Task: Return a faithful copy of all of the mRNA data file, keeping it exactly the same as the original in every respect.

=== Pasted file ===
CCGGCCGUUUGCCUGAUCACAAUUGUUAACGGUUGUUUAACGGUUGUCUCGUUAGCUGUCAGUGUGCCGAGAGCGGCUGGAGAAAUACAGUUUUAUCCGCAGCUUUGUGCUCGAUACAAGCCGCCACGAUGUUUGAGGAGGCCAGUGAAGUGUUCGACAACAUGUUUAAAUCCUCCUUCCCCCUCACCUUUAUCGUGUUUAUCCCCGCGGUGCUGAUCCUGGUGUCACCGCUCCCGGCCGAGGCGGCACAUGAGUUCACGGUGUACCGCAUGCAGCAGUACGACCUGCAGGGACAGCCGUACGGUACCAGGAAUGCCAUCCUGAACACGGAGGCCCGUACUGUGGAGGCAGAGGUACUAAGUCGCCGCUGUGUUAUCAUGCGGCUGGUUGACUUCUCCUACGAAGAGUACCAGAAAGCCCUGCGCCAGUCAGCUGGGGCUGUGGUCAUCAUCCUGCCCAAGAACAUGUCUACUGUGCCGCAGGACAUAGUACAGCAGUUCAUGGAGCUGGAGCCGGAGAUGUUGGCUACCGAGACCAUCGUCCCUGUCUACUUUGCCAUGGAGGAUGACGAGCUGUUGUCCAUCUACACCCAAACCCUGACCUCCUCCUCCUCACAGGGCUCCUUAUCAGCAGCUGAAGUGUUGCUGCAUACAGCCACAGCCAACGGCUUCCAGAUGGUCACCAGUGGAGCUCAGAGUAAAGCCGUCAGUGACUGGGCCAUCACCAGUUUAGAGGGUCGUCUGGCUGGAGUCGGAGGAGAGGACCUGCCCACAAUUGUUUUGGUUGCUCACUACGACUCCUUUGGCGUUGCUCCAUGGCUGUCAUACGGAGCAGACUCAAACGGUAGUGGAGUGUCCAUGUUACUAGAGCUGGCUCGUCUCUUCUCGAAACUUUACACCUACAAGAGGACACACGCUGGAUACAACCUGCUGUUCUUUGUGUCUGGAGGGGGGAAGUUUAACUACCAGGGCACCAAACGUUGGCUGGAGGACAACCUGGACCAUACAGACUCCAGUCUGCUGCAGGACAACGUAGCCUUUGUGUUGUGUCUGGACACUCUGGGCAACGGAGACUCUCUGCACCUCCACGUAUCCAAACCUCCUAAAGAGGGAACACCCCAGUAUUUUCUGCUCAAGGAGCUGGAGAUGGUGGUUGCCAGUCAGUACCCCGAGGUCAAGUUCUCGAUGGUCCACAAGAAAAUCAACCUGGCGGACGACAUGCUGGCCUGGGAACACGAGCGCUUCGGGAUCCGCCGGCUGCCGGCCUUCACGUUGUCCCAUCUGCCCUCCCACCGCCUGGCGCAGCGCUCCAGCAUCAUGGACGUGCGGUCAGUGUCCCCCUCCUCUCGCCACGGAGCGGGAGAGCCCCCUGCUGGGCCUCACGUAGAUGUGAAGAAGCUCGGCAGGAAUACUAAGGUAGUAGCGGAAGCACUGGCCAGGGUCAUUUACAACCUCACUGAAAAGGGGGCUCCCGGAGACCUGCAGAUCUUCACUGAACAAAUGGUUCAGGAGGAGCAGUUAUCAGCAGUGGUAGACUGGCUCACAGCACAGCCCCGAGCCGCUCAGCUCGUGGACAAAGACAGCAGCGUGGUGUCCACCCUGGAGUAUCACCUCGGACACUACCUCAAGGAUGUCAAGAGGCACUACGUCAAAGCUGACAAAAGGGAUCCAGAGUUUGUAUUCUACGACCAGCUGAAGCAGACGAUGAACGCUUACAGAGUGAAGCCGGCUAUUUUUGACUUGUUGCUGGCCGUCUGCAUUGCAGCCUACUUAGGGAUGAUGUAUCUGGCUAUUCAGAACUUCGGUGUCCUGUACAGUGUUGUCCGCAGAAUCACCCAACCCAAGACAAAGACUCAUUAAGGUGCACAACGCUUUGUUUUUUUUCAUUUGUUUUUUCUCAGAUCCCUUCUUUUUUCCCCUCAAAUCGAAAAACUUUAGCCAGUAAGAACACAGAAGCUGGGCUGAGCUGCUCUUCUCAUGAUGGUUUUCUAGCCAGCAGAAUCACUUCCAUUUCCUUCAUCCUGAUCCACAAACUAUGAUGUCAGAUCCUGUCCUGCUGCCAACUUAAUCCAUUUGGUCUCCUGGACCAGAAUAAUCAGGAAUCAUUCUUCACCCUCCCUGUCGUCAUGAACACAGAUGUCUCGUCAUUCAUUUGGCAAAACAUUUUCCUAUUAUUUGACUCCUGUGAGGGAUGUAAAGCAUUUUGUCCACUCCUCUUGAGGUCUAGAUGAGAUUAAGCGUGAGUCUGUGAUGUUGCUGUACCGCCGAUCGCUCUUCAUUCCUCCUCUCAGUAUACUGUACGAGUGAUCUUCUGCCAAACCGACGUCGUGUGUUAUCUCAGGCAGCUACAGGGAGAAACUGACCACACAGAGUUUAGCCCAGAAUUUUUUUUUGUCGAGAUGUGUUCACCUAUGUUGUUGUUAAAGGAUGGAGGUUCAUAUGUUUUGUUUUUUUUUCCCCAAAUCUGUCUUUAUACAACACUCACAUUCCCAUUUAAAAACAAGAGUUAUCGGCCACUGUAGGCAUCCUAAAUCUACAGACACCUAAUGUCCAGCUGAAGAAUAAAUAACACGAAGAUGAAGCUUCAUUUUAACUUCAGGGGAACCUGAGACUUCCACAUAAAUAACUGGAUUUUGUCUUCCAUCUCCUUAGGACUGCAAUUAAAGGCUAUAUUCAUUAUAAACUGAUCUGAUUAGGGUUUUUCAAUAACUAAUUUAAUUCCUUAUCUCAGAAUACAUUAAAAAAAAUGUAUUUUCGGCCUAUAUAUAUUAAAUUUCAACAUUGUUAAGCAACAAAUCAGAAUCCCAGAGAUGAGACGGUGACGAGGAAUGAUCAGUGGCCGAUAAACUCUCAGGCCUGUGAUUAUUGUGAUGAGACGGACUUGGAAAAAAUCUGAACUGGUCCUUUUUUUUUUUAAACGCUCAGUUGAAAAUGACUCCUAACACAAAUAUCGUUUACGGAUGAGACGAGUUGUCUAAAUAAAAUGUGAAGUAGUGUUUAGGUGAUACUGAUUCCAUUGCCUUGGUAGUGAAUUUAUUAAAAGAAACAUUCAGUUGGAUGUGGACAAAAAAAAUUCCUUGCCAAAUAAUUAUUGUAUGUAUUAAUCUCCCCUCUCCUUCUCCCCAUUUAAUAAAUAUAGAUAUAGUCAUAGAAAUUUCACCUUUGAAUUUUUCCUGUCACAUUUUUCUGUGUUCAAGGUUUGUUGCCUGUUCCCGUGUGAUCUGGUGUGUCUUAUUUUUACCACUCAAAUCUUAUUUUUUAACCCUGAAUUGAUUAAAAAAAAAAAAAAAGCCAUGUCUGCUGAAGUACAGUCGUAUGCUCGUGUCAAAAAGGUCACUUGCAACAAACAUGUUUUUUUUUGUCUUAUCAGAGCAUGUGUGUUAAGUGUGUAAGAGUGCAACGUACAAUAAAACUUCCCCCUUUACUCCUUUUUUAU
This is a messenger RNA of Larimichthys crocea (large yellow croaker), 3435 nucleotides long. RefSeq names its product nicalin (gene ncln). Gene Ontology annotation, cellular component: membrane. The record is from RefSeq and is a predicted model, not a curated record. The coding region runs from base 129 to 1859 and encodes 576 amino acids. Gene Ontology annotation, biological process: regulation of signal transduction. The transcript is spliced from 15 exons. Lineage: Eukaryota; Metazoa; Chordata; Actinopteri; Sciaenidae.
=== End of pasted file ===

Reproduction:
CCGGCCGUUUGCCUGAUCACAAUUGUUAACGGUUGUUUAACGGUUGUCUCGUUAGCUGUCAGUGUGCCGAGAGCGGCUGGAGAAAUACAGUUUUAUCCGCAGCUUUGUGCUCGAUACAAGCCGCCACGAUGUUUGAGGAGGCCAGUGAAGUGUUCGACAACAUGUUUAAAUCCUCCUUCCCCCUCACCUUUAUCGUGUUUAUCCCCGCGGUGCUGAUCCUGGUGUCACCGCUCCCGGCCGAGGCGGCACAUGAGUUCACGGUGUACCGCAUGCAGCAGUACGACCUGCAGGGACAGCCGUACGGUACCAGGAAUGCCAUCCUGAACACGGAGGCCCGUACUGUGGAGGCAGAGGUACUAAGUCGCCGCUGUGUUAUCAUGCGGCUGGUUGACUUCUCCUACGAAGAGUACCAGAAAGCCCUGCGCCAGUCAGCUGGGGCUGUGGUCAUCAUCCUGCCCAAGAACAUGUCUACUGUGCCGCAGGACAUAGUACAGCAGUUCAUGGAGCUGGAGCCGGAGAUGUUGGCUACCGAGACCAUCGUCCCUGUCUACUUUGCCAUGGAGGAUGACGAGCUGUUGUCCAUCUACACCCAAACCCUGACCUCCUCCUCCUCACAGGGCUCCUUAUCAGCAGCUGAAGUGUUGCUGCAUACAGCCACAGCCAACGGCUUCCAGAUGGUCACCAGUGGAGCUCAGAGUAAAGCCGUCAGUGACUGGGCCAUCACCAGUUUAGAGGGUCGUCUGGCUGGAGUCGGAGGAGAGGACCUGCCCACAAUUGUUUUGGUUGCUCACUACGACUCCUUUGGCGUUGCUCCAUGGCUGUCAUACGGAGCAGACUCAAACGGUAGUGGAGUGUCCAUGUUACUAGAGCUGGCUCGUCUCUUCUCGAAACUUUACACCUACAAGAGGACACACGCUGGAUACAACCUGCUGUUCUUUGUGUCUGGAGGGGGGAAGUUUAACUACCAGGGCACCAAACGUUGGCUGGAGGACAACCUGGACCAUACAGACUCCAGUCUGCUGCAGGACAACGUAGCCUUUGUGUUGUGUCUGGACACUCUGGGCAACGGAGACUCUCUGCACCUCCACGUAUCCAAACCUCCUAAAGAGGGAACACCCCAGUAUUUUCUGCUCAAGGAGCUGGAGAUGGUGGUUGCCAGUCAGUACCCCGAGGUCAAGUUCUCGAUGGUCCACAAGAAAAUCAACCUGGCGGACGACAUGCUGGCCUGGGAACACGAGCGCUUCGGGAUCCGCCGGCUGCCGGCCUUCACGUUGUCCCAUCUGCCCUCCCACCGCCUGGCGCAGCGCUCCAGCAUCAUGGACGUGCGGUCAGUGUCCCCCUCCUCUCGCCACGGAGCGGGAGAGCCCCCUGCUGGGCCUCACGUAGAUGUGAAGAAGCUCGGCAGGAAUACUAAGGUAGUAGCGGAAGCACUGGCCAGGGUCAUUUACAACCUCACUGAAAAGGGGGCUCCCGGAGACCUGCAGAUCUUCACUGAACAAAUGGUUCAGGAGGAGCAGUUAUCAGCAGUGGUAGACUGGCUCACAGCACAGCCCCGAGCCGCUCAGCUCGUGGACAAAGACAGCAGCGUGGUGUCCACCCUGGAGUAUCACCUCGGACACUACCUCAAGGAUGUCAAGAGGCACUACGUCAAAGCUGACAAAAGGGAUCCAGAGUUUGUAUUCUACGACCAGCUGAAGCAGACGAUGAACGCUUACAGAGUGAAGCCGGCUAUUUUUGACUUGUUGCUGGCCGUCUGCAUUGCAGCCUACUUAGGGAUGAUGUAUCUGGCUAUUCAGAACUUCGGUGUCCUGUACAGUGUUGUCCGCAGAAUCACCCAACCCAAGACAAAGACUCAUUAAGGUGCACAACGCUUUGUUUUUUUUCAUUUGUUUUUUCUCAGAUCCCUUCUUUUUUCCCCUCAAAUCGAAAAACUUUAGCCAGUAAGAACACAGAAGCUGGGCUGAGCUGCUCUUCUCAUGAUGGUUUUCUAGCCAGCAGAAUCACUUCCAUUUCCUUCAUCCUGAUCCACAAACUAUGAUGUCAGAUCCUGUCCUGCUGCCAACUUAAUCCAUUUGGUCUCCUGGACCAGAAUAAUCAGGAAUCAUUCUUCACCCUCCCUGUCGUCAUGAACACAGAUGUCUCGUCAUUCAUUUGGCAAAACAUUUUCCUAUUAUUUGACUCCUGUGAGGGAUGUAAAGCAUUUUGUCCACUCCUCUUGAGGUCUAGAUGAGAUUAAGCGUGAGUCUGUGAUGUUGCUGUACCGCCGAUCGCUCUUCAUUCCUCCUCUCAGUAUACUGUACGAGUGAUCUUCUGCCAAACCGACGUCGUGUGUUAUCUCAGGCAGCUACAGGGAGAAACUGACCACACAGAGUUUAGCCCAGAAUUUUUUUUUGUCGAGAUGUGUUCACCUAUGUUGUUGUUAAAGGAUGGAGGUUCAUAUGUUUUGUUUUUUUUUCCCCAAAUCUGUCUUUAUACAACACUCACAUUCCCAUUUAAAAACAAGAGUUAUCGGCCACUGUAGGCAUCCUAAAUCUACAGACACCUAAUGUCCAGCUGAAGAAUAAAUAACACGAAGAUGAAGCUUCAUUUUAACUUCAGGGGAACCUGAGACUUCCACAUAAAUAACUGGAUUUUGUCUUCCAUCUCCUUAGGACUGCAAUUAAAGGCUAUAUUCAUUAUAAACUGAUCUGAUUAGGGUUUUUCAAUAACUAAUUUAAUUCCUUAUCUCAGAAUACAUUAAAAAAAAUGUAUUUUCGGCCUAUAUAUAUUAAAUUUCAACAUUGUUAAGCAACAAAUCAGAAUCCCAGAGAUGAGACGGUGACGAGGAAUGAUCAGUGGCCGAUAAACUCUCAGGCCUGUGAUUAUUGUGAUGAGACGGACUUGGAAAAAAUCUGAACUGGUCCUUUUUUUUUUUAAACGCUCAGUUGAAAAUGACUCCUAACACAAAUAUCGUUUACGGAUGAGACGAGUUGUCUAAAUAAAAUGUGAAGUAGUGUUUAGGUGAUACUGAUUCCAUUGCCUUGGUAGUGAAUUUAUUAAAAGAAACAUUCAGUUGGAUGUGGACAAAAAAAAUUCCUUGCCAAAUAAUUAUUGUAUGUAUUAAUCUCCCCUCUCCUUCUCCCCAUUUAAUAAAUAUAGAUAUAGUCAUAGAAAUUUCACCUUUGAAUUUUUCCUGUCACAUUUUUCUGUGUUCAAGGUUUGUUGCCUGUUCCCGUGUGAUCUGGUGUGUCUUAUUUUUACCACUCAAAUCUUAUUUUUUAACCCUGAAUUGAUUAAAAAAAAAAAAAAAGCCAUGUCUGCUGAAGUACAGUCGUAUGCUCGUGUCAAAAAGGUCACUUGCAACAAACAUGUUUUUUUUUGUCUUAUCAGAGCAUGUGUGUUAAGUGUGUAAGAGUGCAACGUACAAUAAAACUUCCCCCUUUACUCCUUUUUUAU
This is a messenger RNA of Larimichthys crocea (large yellow croaker), 3435 nucleotides long. RefSeq names its product nicalin (gene ncln). Gene Ontology annotation, cellular component: membrane. The record is from RefSeq and is a predicted model, not a curated record. The coding region runs from base 129 to 1859 and encodes 576 amino acids. Gene Ontology annotation, biological process: regulation of signal transduction. The transcript is spliced from 15 exons. Lineage: Eukaryota; Metazoa; Chordata; Actinopteri; Sciaenidae.